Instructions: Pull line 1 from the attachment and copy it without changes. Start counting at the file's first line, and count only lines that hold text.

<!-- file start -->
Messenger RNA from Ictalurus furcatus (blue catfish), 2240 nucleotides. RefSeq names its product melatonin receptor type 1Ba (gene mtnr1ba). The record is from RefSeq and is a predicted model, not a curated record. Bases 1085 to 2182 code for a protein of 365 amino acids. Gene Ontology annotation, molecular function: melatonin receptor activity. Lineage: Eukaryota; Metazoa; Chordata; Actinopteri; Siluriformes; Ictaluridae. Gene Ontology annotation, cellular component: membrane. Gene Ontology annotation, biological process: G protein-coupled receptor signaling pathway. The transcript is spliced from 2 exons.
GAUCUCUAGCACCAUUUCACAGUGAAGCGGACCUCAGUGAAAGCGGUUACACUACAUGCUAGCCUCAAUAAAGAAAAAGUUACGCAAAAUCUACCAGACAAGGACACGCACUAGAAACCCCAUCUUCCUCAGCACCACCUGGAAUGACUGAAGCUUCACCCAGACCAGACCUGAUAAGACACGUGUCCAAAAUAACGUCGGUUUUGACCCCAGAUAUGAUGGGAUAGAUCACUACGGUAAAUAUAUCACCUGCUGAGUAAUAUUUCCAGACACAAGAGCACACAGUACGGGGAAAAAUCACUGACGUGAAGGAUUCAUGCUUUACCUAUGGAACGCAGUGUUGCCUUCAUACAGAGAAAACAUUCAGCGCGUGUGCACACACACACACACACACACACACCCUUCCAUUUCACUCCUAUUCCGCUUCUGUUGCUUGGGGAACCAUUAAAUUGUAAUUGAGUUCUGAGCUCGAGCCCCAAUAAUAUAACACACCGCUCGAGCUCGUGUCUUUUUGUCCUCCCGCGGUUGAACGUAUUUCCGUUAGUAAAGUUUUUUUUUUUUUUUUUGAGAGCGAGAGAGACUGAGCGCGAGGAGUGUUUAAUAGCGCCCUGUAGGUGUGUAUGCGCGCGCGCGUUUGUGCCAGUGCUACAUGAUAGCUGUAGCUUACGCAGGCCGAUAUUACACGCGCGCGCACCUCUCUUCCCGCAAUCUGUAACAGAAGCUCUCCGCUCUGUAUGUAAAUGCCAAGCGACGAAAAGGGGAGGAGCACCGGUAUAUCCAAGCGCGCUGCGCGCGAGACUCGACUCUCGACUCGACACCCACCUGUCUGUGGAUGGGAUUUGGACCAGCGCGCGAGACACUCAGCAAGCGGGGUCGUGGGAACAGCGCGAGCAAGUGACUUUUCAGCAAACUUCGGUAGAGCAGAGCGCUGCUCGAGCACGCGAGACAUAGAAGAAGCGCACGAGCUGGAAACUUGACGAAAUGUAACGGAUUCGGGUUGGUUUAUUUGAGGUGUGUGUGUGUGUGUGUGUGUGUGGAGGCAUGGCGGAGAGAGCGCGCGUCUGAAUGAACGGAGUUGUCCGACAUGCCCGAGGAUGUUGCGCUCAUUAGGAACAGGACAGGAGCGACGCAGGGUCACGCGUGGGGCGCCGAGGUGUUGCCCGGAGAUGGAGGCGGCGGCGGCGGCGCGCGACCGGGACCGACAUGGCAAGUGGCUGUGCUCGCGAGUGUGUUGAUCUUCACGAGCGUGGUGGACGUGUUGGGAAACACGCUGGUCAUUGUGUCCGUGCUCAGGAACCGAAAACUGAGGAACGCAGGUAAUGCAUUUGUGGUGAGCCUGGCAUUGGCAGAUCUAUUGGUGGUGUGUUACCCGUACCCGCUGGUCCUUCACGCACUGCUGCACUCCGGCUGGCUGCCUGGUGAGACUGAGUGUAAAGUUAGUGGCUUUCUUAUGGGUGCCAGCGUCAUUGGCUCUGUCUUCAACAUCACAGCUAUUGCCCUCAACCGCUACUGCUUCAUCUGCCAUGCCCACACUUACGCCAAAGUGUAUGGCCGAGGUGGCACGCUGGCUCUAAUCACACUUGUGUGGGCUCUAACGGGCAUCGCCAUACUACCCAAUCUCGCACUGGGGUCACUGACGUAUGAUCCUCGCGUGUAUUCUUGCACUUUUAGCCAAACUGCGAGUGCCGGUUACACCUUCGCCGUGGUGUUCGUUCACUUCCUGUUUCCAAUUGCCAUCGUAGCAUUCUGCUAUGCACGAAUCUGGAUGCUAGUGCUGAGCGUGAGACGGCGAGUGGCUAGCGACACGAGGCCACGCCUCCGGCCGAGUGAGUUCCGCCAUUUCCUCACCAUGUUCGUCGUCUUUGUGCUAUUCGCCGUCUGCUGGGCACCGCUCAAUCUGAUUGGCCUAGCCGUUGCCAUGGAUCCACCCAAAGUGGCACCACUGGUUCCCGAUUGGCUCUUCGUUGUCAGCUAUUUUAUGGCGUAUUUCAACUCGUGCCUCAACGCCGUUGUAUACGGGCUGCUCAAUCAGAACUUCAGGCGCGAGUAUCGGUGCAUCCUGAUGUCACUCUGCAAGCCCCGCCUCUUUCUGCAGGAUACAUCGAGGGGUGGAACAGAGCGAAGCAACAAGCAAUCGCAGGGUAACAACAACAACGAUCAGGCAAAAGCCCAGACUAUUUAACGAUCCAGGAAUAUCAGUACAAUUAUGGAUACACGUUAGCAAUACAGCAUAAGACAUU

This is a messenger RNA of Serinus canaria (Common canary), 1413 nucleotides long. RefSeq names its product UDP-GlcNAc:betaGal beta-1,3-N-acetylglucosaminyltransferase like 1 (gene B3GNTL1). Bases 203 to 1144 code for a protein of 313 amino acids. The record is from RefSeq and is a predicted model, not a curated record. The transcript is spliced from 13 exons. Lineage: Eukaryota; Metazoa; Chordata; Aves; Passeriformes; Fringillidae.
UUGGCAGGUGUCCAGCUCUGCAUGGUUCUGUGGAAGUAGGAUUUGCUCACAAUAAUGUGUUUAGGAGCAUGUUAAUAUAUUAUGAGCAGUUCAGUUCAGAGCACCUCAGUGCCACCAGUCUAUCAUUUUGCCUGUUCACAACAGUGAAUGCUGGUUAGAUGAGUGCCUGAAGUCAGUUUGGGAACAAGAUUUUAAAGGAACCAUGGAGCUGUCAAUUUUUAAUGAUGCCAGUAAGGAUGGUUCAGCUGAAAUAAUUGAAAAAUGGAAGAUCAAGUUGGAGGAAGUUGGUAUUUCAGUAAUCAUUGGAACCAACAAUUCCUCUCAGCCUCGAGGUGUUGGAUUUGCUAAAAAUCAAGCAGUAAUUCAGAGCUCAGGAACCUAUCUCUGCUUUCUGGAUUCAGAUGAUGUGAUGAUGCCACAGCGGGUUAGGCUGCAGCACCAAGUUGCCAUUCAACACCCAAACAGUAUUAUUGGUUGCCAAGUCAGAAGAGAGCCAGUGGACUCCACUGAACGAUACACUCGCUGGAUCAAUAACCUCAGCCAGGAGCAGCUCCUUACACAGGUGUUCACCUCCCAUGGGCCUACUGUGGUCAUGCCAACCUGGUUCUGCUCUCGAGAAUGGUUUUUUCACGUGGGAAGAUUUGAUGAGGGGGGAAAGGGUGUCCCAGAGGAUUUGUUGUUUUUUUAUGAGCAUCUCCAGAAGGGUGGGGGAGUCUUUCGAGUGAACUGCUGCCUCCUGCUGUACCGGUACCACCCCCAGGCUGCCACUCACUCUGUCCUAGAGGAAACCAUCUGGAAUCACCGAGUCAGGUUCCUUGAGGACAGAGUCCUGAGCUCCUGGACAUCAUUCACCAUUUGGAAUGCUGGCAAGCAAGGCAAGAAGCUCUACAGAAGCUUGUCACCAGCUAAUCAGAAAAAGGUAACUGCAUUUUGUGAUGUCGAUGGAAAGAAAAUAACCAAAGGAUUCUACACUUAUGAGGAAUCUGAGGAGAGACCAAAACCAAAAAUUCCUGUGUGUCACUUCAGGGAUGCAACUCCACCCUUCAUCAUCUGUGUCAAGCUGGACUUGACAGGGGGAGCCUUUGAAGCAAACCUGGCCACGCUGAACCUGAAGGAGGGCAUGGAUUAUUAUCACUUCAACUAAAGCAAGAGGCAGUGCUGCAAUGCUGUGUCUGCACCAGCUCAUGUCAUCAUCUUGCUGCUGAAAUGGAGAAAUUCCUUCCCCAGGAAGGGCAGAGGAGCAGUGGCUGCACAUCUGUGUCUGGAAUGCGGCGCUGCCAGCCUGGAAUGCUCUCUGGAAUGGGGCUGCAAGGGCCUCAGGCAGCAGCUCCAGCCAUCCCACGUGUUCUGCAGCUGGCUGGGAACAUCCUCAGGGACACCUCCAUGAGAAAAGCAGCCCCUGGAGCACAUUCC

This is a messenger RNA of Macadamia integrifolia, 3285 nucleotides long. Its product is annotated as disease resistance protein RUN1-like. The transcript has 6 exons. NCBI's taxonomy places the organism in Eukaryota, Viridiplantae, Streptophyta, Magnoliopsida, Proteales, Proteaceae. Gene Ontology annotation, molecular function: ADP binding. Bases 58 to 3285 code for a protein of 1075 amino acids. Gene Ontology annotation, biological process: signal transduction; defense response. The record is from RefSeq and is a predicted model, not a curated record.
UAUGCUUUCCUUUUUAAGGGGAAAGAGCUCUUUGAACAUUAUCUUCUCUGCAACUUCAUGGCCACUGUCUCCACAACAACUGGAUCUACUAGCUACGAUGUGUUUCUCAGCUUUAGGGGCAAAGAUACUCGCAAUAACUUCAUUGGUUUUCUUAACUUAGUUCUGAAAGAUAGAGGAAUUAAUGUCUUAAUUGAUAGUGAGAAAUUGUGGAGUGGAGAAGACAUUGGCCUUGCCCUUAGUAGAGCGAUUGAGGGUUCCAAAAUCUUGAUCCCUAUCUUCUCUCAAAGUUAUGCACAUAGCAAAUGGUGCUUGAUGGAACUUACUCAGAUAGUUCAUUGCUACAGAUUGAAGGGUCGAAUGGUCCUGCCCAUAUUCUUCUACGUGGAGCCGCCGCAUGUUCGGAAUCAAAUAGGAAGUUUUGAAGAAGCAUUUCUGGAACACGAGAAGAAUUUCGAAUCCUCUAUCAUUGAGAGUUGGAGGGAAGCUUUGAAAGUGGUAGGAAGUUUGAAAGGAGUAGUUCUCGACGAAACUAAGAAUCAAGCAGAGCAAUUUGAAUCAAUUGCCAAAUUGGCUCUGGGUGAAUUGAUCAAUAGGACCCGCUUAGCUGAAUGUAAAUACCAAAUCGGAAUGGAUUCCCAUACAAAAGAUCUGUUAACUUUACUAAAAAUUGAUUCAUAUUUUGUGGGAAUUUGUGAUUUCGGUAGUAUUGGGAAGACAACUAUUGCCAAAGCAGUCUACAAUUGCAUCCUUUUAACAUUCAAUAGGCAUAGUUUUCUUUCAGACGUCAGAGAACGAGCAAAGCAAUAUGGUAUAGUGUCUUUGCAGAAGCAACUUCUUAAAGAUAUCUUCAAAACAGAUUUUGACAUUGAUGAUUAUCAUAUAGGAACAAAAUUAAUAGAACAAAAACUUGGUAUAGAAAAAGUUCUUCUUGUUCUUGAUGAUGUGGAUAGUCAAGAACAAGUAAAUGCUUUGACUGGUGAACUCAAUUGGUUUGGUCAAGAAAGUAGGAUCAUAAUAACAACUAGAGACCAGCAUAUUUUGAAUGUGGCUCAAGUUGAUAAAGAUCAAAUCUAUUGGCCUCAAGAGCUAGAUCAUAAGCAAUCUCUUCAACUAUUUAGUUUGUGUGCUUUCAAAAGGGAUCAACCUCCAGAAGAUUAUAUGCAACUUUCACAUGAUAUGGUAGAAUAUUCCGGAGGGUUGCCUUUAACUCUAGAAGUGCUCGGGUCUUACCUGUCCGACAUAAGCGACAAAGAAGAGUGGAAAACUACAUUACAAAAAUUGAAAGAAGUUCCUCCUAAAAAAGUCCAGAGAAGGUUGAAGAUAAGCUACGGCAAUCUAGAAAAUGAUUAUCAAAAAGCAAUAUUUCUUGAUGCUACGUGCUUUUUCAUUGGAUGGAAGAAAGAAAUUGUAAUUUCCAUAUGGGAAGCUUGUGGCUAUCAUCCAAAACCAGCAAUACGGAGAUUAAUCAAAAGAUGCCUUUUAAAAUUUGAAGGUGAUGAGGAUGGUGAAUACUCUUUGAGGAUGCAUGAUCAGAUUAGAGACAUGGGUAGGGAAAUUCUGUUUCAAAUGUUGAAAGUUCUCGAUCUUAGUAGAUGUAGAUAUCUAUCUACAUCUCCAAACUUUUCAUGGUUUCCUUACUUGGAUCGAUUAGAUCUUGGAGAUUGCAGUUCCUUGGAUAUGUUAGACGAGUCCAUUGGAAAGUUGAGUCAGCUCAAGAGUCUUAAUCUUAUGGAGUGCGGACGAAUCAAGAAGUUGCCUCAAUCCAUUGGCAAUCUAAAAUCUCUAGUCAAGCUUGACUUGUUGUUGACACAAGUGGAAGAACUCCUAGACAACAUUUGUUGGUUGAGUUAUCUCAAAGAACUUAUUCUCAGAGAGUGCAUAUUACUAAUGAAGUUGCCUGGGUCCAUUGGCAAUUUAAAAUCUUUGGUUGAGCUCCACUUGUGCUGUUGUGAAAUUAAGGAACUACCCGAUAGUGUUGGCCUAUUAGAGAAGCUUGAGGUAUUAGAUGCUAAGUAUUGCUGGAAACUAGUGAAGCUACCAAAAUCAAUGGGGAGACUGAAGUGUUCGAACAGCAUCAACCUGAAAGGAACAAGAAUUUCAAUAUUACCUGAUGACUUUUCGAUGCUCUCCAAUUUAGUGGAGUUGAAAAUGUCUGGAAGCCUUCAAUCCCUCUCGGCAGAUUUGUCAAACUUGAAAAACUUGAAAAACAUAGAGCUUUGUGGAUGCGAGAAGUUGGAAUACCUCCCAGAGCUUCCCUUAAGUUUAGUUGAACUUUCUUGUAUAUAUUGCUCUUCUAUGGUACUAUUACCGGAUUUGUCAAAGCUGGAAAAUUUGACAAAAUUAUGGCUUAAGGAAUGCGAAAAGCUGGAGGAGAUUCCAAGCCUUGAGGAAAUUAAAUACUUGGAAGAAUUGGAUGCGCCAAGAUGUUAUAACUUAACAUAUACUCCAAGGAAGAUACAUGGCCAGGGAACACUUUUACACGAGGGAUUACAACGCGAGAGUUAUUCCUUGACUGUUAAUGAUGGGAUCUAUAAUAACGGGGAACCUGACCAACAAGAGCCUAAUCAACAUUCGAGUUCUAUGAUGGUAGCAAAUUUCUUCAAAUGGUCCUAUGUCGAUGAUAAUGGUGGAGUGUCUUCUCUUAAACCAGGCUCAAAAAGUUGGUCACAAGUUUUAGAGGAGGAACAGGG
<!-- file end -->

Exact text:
Messenger RNA from Ictalurus furcatus (blue catfish), 2240 nucleotides. RefSeq names its product melatonin receptor type 1Ba (gene mtnr1ba). The record is from RefSeq and is a predicted model, not a curated record. Bases 1085 to 2182 code for a protein of 365 amino acids. Gene Ontology annotation, molecular function: melatonin receptor activity. Lineage: Eukaryota; Metazoa; Chordata; Actinopteri; Siluriformes; Ictaluridae. Gene Ontology annotation, cellular component: membrane. Gene Ontology annotation, biological process: G protein-coupled receptor signaling pathway. The transcript is spliced from 2 exons.